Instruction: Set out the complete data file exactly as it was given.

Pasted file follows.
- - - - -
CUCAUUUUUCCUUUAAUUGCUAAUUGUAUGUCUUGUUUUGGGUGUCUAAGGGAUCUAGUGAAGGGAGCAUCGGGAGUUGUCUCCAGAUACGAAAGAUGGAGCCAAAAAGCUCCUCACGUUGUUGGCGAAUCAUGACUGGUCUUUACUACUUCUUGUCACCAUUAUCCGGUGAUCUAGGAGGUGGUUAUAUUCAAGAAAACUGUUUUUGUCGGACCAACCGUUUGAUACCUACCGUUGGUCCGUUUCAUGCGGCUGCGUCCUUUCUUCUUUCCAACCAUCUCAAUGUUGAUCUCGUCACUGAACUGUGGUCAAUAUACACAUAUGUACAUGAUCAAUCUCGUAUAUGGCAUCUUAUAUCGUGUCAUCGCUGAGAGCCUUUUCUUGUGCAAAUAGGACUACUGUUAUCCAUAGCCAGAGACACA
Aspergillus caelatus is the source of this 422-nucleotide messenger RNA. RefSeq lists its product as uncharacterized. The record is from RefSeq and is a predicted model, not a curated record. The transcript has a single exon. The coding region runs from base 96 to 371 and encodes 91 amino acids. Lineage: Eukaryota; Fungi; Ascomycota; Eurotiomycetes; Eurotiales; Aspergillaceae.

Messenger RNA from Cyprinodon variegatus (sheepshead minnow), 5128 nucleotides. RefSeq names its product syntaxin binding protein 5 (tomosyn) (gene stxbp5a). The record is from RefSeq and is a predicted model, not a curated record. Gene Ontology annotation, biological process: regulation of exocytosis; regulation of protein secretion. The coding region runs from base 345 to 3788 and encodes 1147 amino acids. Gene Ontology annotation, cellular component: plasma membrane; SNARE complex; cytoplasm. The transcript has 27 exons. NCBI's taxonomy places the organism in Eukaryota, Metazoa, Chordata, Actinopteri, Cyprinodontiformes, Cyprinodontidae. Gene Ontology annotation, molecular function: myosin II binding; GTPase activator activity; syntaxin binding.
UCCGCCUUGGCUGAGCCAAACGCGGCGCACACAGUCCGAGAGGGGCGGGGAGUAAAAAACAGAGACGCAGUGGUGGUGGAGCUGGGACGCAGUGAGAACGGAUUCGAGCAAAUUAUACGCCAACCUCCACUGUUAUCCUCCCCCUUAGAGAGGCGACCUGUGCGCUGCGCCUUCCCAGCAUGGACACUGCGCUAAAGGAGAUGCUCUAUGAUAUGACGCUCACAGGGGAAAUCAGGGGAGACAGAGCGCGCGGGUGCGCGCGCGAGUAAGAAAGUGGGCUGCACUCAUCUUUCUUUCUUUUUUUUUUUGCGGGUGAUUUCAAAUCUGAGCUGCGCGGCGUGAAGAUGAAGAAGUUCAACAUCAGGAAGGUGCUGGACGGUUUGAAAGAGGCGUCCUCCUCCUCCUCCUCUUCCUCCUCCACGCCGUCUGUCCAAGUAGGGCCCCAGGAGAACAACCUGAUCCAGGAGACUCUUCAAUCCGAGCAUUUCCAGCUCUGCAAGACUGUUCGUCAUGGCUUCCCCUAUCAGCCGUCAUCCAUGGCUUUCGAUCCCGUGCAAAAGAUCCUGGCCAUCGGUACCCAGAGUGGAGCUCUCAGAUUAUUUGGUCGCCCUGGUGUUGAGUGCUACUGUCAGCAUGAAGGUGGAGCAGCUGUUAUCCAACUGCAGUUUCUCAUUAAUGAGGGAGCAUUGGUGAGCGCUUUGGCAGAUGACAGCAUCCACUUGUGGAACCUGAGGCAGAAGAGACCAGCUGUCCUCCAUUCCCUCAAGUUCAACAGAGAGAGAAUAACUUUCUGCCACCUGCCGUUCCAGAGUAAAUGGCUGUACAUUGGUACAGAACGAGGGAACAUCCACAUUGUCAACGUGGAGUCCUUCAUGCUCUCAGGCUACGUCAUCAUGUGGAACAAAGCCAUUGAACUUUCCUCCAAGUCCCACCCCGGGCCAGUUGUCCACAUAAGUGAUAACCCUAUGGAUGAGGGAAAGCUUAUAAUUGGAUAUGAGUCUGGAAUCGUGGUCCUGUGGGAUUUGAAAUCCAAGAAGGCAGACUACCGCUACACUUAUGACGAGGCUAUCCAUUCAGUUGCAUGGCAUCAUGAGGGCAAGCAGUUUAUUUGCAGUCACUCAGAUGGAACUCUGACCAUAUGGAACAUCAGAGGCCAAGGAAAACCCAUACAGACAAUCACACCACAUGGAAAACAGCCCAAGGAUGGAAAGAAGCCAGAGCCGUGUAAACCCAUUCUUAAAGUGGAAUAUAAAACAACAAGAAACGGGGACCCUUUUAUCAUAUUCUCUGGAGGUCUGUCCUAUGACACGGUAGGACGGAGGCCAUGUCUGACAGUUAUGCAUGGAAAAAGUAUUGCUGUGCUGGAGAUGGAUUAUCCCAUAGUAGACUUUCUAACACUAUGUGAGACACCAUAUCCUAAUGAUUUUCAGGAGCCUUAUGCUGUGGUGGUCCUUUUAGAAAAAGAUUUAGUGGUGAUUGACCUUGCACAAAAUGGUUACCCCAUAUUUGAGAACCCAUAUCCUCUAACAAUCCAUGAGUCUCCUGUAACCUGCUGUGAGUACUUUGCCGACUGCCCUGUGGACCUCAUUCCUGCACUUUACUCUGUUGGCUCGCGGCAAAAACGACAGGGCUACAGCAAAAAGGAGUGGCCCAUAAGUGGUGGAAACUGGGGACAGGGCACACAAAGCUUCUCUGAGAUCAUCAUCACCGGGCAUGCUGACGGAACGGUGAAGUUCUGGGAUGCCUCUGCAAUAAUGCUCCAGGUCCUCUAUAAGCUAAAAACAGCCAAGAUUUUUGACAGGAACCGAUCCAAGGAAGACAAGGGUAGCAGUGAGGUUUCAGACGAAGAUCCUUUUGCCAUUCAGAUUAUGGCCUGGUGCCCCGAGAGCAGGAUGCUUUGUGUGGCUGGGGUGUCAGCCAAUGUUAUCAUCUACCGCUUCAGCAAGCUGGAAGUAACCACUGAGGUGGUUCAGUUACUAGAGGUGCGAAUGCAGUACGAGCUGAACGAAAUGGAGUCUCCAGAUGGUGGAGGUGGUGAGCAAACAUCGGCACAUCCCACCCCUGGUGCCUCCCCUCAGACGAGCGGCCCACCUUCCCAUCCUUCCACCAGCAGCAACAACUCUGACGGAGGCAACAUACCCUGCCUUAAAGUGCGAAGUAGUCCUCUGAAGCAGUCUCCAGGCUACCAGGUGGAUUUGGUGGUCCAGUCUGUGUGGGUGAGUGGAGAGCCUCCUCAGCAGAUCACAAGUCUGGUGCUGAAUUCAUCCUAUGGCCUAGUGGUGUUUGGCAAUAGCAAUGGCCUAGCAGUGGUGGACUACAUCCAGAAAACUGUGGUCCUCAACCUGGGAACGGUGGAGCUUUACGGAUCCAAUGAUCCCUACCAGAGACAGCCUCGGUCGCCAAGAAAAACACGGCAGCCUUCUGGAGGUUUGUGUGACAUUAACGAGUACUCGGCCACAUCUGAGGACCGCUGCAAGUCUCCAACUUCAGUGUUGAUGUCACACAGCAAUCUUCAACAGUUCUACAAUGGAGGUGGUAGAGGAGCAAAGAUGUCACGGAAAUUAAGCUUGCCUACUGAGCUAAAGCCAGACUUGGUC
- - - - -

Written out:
CUCAUUUUUCCUUUAAUUGCUAAUUGUAUGUCUUGUUUUGGGUGUCUAAGGGAUCUAGUGAAGGGAGCAUCGGGAGUUGUCUCCAGAUACGAAAGAUGGAGCCAAAAAGCUCCUCACGUUGUUGGCGAAUCAUGACUGGUCUUUACUACUUCUUGUCACCAUUAUCCGGUGAUCUAGGAGGUGGUUAUAUUCAAGAAAACUGUUUUUGUCGGACCAACCGUUUGAUACCUACCGUUGGUCCGUUUCAUGCGGCUGCGUCCUUUCUUCUUUCCAACCAUCUCAAUGUUGAUCUCGUCACUGAACUGUGGUCAAUAUACACAUAUGUACAUGAUCAAUCUCGUAUAUGGCAUCUUAUAUCGUGUCAUCGCUGAGAGCCUUUUCUUGUGCAAAUAGGACUACUGUUAUCCAUAGCCAGAGACACA
Aspergillus caelatus is the source of this 422-nucleotide messenger RNA. RefSeq lists its product as uncharacterized. The record is from RefSeq and is a predicted model, not a curated record. The transcript has a single exon. The coding region runs from base 96 to 371 and encodes 91 amino acids. Lineage: Eukaryota; Fungi; Ascomycota; Eurotiomycetes; Eurotiales; Aspergillaceae.

Messenger RNA from Cyprinodon variegatus (sheepshead minnow), 5128 nucleotides. RefSeq names its product syntaxin binding protein 5 (tomosyn) (gene stxbp5a). The record is from RefSeq and is a predicted model, not a curated record. Gene Ontology annotation, biological process: regulation of exocytosis; regulation of protein secretion. The coding region runs from base 345 to 3788 and encodes 1147 amino acids. Gene Ontology annotation, cellular component: plasma membrane; SNARE complex; cytoplasm. The transcript has 27 exons. NCBI's taxonomy places the organism in Eukaryota, Metazoa, Chordata, Actinopteri, Cyprinodontiformes, Cyprinodontidae. Gene Ontology annotation, molecular function: myosin II binding; GTPase activator activity; syntaxin binding.
UCCGCCUUGGCUGAGCCAAACGCGGCGCACACAGUCCGAGAGGGGCGGGGAGUAAAAAACAGAGACGCAGUGGUGGUGGAGCUGGGACGCAGUGAGAACGGAUUCGAGCAAAUUAUACGCCAACCUCCACUGUUAUCCUCCCCCUUAGAGAGGCGACCUGUGCGCUGCGCCUUCCCAGCAUGGACACUGCGCUAAAGGAGAUGCUCUAUGAUAUGACGCUCACAGGGGAAAUCAGGGGAGACAGAGCGCGCGGGUGCGCGCGCGAGUAAGAAAGUGGGCUGCACUCAUCUUUCUUUCUUUUUUUUUUUGCGGGUGAUUUCAAAUCUGAGCUGCGCGGCGUGAAGAUGAAGAAGUUCAACAUCAGGAAGGUGCUGGACGGUUUGAAAGAGGCGUCCUCCUCCUCCUCCUCUUCCUCCUCCACGCCGUCUGUCCAAGUAGGGCCCCAGGAGAACAACCUGAUCCAGGAGACUCUUCAAUCCGAGCAUUUCCAGCUCUGCAAGACUGUUCGUCAUGGCUUCCCCUAUCAGCCGUCAUCCAUGGCUUUCGAUCCCGUGCAAAAGAUCCUGGCCAUCGGUACCCAGAGUGGAGCUCUCAGAUUAUUUGGUCGCCCUGGUGUUGAGUGCUACUGUCAGCAUGAAGGUGGAGCAGCUGUUAUCCAACUGCAGUUUCUCAUUAAUGAGGGAGCAUUGGUGAGCGCUUUGGCAGAUGACAGCAUCCACUUGUGGAACCUGAGGCAGAAGAGACCAGCUGUCCUCCAUUCCCUCAAGUUCAACAGAGAGAGAAUAACUUUCUGCCACCUGCCGUUCCAGAGUAAAUGGCUGUACAUUGGUACAGAACGAGGGAACAUCCACAUUGUCAACGUGGAGUCCUUCAUGCUCUCAGGCUACGUCAUCAUGUGGAACAAAGCCAUUGAACUUUCCUCCAAGUCCCACCCCGGGCCAGUUGUCCACAUAAGUGAUAACCCUAUGGAUGAGGGAAAGCUUAUAAUUGGAUAUGAGUCUGGAAUCGUGGUCCUGUGGGAUUUGAAAUCCAAGAAGGCAGACUACCGCUACACUUAUGACGAGGCUAUCCAUUCAGUUGCAUGGCAUCAUGAGGGCAAGCAGUUUAUUUGCAGUCACUCAGAUGGAACUCUGACCAUAUGGAACAUCAGAGGCCAAGGAAAACCCAUACAGACAAUCACACCACAUGGAAAACAGCCCAAGGAUGGAAAGAAGCCAGAGCCGUGUAAACCCAUUCUUAAAGUGGAAUAUAAAACAACAAGAAACGGGGACCCUUUUAUCAUAUUCUCUGGAGGUCUGUCCUAUGACACGGUAGGACGGAGGCCAUGUCUGACAGUUAUGCAUGGAAAAAGUAUUGCUGUGCUGGAGAUGGAUUAUCCCAUAGUAGACUUUCUAACACUAUGUGAGACACCAUAUCCUAAUGAUUUUCAGGAGCCUUAUGCUGUGGUGGUCCUUUUAGAAAAAGAUUUAGUGGUGAUUGACCUUGCACAAAAUGGUUACCCCAUAUUUGAGAACCCAUAUCCUCUAACAAUCCAUGAGUCUCCUGUAACCUGCUGUGAGUACUUUGCCGACUGCCCUGUGGACCUCAUUCCUGCACUUUACUCUGUUGGCUCGCGGCAAAAACGACAGGGCUACAGCAAAAAGGAGUGGCCCAUAAGUGGUGGAAACUGGGGACAGGGCACACAAAGCUUCUCUGAGAUCAUCAUCACCGGGCAUGCUGACGGAACGGUGAAGUUCUGGGAUGCCUCUGCAAUAAUGCUCCAGGUCCUCUAUAAGCUAAAAACAGCCAAGAUUUUUGACAGGAACCGAUCCAAGGAAGACAAGGGUAGCAGUGAGGUUUCAGACGAAGAUCCUUUUGCCAUUCAGAUUAUGGCCUGGUGCCCCGAGAGCAGGAUGCUUUGUGUGGCUGGGGUGUCAGCCAAUGUUAUCAUCUACCGCUUCAGCAAGCUGGAAGUAACCACUGAGGUGGUUCAGUUACUAGAGGUGCGAAUGCAGUACGAGCUGAACGAAAUGGAGUCUCCAGAUGGUGGAGGUGGUGAGCAAACAUCGGCACAUCCCACCCCUGGUGCCUCCCCUCAGACGAGCGGCCCACCUUCCCAUCCUUCCACCAGCAGCAACAACUCUGACGGAGGCAACAUACCCUGCCUUAAAGUGCGAAGUAGUCCUCUGAAGCAGUCUCCAGGCUACCAGGUGGAUUUGGUGGUCCAGUCUGUGUGGGUGAGUGGAGAGCCUCCUCAGCAGAUCACAAGUCUGGUGCUGAAUUCAUCCUAUGGCCUAGUGGUGUUUGGCAAUAGCAAUGGCCUAGCAGUGGUGGACUACAUCCAGAAAACUGUGGUCCUCAACCUGGGAACGGUGGAGCUUUACGGAUCCAAUGAUCCCUACCAGAGACAGCCUCGGUCGCCAAGAAAAACACGGCAGCCUUCUGGAGGUUUGUGUGACAUUAACGAGUACUCGGCCACAUCUGAGGACCGCUGCAAGUCUCCAACUUCAGUGUUGAUGUCACACAGCAAUCUUCAACAGUUCUACAAUGGAGGUGGUAGAGGAGCAAAGAUGUCACGGAAAUUAAGCUUGCCUACUGAGCUAAAGCCAGACUUGGUC